If there’s one thing I learned over the summer with the seemingly interminable visits of my siblings and their offspring, it’s that kids LOVE to tattle.
My kids, being young, are still fairly honest. My son will march into a room and announce with distress, “Mommy, I was jumping in the crib and it BROKE!” If I ask my daughter, “Goobie, did you color on the door?” she will sweetly answer, “Yes.”
The older kids seem to be a bit wilier. When I went to investigate the abovementioned crib incident, my 6- and 4.5-year-old nieces gleefully proclaimed, “He was jumping in the crib! WE weren’t doing it, just him. See, here’s where it broke. And I think he took my drawing, too, because I can’t find it.” Peatie endured my lecture and his subsequent removal from Grandma’s house looking dismayed and chagrined; I found out later that Goober quietly told Grandma, “My cousin was jumping in the crib, too; the cousin in the blue shirt.”
There’s a lot that bothers me about this and the several similar incidents I witnessed. First off, my nieces lied about their involvement in the crib-breaking event. Second, any child who’s present for such sustained rule-breaking (that crib did not break in one bounce) is, in my book, equally guilty unless they were taking significant steps to deter the others. Third, it thoroughly irks me when children try to make life worse for others, in this case by magnifying the situation and attempting to add additional blame and infractions. There are several blog posts imbedded in this paragraph, but today my focus is on the last issue.
So why do kids tattle? At times, tattling can be a reaction to distress. Small children’s lives are governed by the rules of their environment. These rules (if consistent) provide a sense of security; little ones know what is allowed and not allowed, so they are able to function comfortably. If someone breaks a rule, this rocks a little person’s world; they want an adult to firmly bolt that world back down by reinforcing the rules.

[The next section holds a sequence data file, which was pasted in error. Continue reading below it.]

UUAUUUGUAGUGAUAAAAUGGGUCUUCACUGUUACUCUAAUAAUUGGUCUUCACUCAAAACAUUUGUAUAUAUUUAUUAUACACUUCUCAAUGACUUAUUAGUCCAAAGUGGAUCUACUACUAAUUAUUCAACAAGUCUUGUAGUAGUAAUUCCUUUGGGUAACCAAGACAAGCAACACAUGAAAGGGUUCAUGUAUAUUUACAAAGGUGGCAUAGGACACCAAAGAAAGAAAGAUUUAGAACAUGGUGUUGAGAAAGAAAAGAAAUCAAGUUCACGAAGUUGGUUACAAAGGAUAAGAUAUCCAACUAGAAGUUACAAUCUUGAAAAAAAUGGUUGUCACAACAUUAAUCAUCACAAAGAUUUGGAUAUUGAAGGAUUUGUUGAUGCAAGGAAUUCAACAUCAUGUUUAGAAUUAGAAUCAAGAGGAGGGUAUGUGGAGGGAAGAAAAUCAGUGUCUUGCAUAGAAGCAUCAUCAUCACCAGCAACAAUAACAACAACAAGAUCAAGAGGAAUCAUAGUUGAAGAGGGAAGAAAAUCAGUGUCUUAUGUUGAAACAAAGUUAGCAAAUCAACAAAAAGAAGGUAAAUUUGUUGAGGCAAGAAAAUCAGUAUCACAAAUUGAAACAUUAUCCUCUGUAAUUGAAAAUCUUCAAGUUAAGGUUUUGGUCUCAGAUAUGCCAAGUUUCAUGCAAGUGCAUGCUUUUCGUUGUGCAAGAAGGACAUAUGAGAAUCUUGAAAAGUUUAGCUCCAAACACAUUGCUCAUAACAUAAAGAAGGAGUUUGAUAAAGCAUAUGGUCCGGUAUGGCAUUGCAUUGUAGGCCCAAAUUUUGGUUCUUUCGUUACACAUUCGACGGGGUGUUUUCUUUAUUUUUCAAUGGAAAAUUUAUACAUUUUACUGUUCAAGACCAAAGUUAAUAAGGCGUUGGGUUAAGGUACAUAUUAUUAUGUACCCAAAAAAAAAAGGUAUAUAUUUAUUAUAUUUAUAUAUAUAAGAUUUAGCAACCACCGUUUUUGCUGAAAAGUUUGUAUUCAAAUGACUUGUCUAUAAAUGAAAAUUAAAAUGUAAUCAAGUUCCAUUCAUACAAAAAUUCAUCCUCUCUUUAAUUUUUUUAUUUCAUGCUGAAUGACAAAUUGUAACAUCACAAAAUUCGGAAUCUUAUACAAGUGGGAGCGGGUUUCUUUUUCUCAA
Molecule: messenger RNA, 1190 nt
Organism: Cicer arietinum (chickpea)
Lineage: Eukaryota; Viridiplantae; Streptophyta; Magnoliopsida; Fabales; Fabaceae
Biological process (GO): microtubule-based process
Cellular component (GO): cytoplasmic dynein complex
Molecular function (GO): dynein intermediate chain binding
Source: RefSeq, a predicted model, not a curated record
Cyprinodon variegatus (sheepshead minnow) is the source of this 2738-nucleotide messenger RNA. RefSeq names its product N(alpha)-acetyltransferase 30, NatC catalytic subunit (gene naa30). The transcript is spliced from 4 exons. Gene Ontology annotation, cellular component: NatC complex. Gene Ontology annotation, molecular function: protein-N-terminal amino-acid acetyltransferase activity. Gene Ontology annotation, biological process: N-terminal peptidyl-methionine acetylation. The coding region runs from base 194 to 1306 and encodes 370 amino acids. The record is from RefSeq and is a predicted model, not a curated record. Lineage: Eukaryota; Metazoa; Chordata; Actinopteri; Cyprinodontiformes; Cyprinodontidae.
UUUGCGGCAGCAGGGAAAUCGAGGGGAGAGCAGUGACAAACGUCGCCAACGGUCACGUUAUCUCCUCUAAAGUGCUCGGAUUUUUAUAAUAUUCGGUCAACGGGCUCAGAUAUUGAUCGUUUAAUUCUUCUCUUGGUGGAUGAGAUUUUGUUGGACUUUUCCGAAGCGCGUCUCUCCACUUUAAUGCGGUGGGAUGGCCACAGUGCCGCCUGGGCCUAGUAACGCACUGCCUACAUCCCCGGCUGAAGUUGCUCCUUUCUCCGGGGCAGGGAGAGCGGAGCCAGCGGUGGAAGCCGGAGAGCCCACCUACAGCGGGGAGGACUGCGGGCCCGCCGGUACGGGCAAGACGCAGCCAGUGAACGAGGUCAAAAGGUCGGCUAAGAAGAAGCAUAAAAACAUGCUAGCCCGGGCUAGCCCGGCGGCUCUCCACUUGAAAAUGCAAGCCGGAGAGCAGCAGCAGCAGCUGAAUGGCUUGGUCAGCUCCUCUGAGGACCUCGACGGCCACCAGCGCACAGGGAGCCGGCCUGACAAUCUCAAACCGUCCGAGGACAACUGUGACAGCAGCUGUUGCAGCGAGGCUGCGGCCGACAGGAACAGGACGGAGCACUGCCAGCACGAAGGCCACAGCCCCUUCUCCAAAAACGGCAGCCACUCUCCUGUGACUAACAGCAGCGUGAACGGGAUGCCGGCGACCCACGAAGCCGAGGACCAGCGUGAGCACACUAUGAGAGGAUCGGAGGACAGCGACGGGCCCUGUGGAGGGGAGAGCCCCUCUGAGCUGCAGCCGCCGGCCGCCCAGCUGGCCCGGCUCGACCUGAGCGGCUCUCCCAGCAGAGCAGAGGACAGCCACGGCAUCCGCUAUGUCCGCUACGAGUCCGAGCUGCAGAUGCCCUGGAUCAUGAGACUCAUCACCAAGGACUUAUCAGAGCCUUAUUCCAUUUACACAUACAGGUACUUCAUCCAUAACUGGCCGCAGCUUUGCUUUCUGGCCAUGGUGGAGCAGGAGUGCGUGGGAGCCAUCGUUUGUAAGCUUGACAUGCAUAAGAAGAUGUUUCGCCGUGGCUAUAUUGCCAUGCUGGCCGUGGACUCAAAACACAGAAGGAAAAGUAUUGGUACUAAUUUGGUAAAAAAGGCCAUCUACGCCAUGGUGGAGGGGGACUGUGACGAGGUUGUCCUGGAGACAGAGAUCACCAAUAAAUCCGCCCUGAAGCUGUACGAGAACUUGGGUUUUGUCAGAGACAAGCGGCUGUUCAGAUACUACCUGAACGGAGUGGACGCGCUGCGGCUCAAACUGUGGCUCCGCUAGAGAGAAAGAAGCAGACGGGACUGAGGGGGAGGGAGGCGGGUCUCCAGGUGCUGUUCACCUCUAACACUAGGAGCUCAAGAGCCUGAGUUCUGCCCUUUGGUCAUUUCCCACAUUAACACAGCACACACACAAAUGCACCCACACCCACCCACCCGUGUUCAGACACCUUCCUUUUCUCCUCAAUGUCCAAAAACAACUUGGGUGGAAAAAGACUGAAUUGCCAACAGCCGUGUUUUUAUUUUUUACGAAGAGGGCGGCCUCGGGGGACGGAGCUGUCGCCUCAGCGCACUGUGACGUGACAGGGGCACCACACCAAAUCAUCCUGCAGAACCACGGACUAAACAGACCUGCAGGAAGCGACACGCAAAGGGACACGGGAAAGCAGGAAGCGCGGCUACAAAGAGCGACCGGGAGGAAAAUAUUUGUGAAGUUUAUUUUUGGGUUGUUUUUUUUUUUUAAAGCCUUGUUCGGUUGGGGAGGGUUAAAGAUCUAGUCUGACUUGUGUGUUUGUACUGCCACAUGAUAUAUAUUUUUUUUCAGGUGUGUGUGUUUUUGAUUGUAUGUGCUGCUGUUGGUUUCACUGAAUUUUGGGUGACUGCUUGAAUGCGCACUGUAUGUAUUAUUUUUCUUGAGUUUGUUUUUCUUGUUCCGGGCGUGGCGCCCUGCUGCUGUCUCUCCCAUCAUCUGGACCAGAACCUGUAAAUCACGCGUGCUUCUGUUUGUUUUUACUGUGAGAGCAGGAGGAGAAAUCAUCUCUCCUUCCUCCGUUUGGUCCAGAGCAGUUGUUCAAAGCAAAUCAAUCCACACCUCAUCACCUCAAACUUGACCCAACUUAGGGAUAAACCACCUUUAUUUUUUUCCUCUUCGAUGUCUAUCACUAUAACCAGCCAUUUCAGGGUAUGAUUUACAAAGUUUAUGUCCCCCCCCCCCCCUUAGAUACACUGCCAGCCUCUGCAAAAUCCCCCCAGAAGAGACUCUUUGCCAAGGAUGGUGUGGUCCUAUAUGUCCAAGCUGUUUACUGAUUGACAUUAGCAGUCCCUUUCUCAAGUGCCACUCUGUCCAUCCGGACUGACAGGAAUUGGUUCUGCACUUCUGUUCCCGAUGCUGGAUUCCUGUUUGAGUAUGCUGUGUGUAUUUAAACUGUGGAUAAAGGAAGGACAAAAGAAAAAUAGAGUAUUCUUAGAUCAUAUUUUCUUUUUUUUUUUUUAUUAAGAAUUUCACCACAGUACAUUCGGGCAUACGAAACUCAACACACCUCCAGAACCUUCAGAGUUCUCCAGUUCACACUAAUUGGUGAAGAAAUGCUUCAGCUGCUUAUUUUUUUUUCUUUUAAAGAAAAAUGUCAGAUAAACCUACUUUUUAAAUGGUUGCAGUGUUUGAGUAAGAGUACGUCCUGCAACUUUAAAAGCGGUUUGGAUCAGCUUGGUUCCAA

But at some point, tattling loses that sort of benevolent glow. At some point, tattling seems to be about the balance of power: getting the authority figure to frown upon a playmate and, in turn, gaining a holier-than-thou glow for oneself.
Because I wish to heartily discourage the second form of tattling, I also gently discourage the former. When one of my kids rushes to me with a tale of what the other has done, I listen solemnly and affirm their distress at the broken rule. I then ask, “Did you remind __ what our family rule is?” And send them off to speak to their sibling. Within a few moments, I will check in to make sure all is well and provide any necessary correction—but I want my correction to be disconnected from the tattle. I want my kids’ first resource to be their own words and actions, not, “I’ll tell Mom!”
Lately I’ve been on a parenting book kick. One of the common parenting-book themes I’ve noticed is the idea that parents should encourage (and help) their children to solve problems themselves, without needing to enlist the help of a parent. Over and over, I’ve been told that this is an excellent way to foster good sibling relationships and to equip children to better deal with other difficult relational situations later in life.
I like the idea of encouraging my children to solve conflict independently. This doesn’t mean that I’ll turn away a child who’s being chased by a sibling with a hammer; it means that I will mediate for them, protecting them as a parent while also coaching them to find words to describe their problem and ways to compromise. Hopefully this will prevent future teachers from needing to assign my children their own personal “Tattle Notebook” and bosses from, well, from firing them in exasperation.
What’s your take on tattling?